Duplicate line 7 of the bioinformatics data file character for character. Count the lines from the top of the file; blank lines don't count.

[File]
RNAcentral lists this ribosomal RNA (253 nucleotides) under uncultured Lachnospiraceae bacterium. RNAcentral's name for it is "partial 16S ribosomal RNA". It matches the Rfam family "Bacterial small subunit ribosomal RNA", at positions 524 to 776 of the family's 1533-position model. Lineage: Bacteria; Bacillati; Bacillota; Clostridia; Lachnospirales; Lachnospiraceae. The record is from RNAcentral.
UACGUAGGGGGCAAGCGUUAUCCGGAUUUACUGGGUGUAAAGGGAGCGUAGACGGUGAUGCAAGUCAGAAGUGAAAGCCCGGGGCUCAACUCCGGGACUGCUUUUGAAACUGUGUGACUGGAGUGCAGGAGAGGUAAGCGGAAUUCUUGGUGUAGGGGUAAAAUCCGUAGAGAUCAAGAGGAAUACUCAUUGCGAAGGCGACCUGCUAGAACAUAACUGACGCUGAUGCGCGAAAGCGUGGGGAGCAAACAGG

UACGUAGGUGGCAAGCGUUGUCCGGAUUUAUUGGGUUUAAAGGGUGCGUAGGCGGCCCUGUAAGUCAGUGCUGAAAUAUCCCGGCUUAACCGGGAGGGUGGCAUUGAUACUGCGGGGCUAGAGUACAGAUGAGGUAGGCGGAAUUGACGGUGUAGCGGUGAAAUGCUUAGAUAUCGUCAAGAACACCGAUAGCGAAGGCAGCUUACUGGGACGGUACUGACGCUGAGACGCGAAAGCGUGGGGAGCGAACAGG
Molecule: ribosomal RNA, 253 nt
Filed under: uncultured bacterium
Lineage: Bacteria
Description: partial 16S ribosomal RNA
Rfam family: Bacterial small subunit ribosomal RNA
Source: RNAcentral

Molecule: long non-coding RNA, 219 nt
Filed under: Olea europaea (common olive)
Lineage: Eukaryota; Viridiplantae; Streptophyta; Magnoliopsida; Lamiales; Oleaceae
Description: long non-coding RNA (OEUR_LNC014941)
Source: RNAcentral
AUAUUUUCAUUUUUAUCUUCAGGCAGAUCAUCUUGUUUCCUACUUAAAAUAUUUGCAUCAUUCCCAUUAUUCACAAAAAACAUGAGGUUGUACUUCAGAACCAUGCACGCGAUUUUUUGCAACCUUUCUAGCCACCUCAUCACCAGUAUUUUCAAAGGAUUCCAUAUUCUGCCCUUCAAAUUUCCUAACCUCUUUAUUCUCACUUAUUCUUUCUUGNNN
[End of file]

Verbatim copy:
Description: partial 16S ribosomal RNA